L'oculata malefica. Sguardi di strega dalla commedia plautina

Laura Cherubini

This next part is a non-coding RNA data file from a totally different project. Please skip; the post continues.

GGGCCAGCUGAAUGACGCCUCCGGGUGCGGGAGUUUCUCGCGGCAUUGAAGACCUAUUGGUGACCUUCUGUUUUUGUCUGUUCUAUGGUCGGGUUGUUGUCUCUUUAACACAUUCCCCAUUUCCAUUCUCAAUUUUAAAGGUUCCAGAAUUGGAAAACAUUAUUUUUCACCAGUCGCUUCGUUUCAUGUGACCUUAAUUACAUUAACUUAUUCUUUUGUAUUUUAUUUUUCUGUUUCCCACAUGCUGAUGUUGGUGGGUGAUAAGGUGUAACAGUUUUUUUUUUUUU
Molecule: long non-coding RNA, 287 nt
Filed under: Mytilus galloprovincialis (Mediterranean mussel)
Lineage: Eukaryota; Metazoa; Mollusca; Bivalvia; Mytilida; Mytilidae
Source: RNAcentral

The purpose of this essay is to understand the powers Roman culture attributed to witches' eyes. To that end, I explore Plautus' comedy, dealing with characters sometimes only implicitly presented as "witches" - or, more precisely, with the symbolic mechanisms that realize the function of witches' eyes. I focus in particular on women endowed with special "oculi", whose powers their male interlocutors perceive as somehow disturbing. Through a mechanism of 'theatrical' allusion, the eyes make these feminine figures uncanny projections of supernatural beings of the Greek imagination, the original source of the plays, also in that of the Romans, for whom the pièces were recast by Plautus. Finally, I show how, in different ways, the Romans bestow upon their "witches" certain visual capabilities that, in allowing them to exert sometimes prodigious control over both the visible and invisible, render them more than normally skilled at watching over the hidden, fleeting side of reality.

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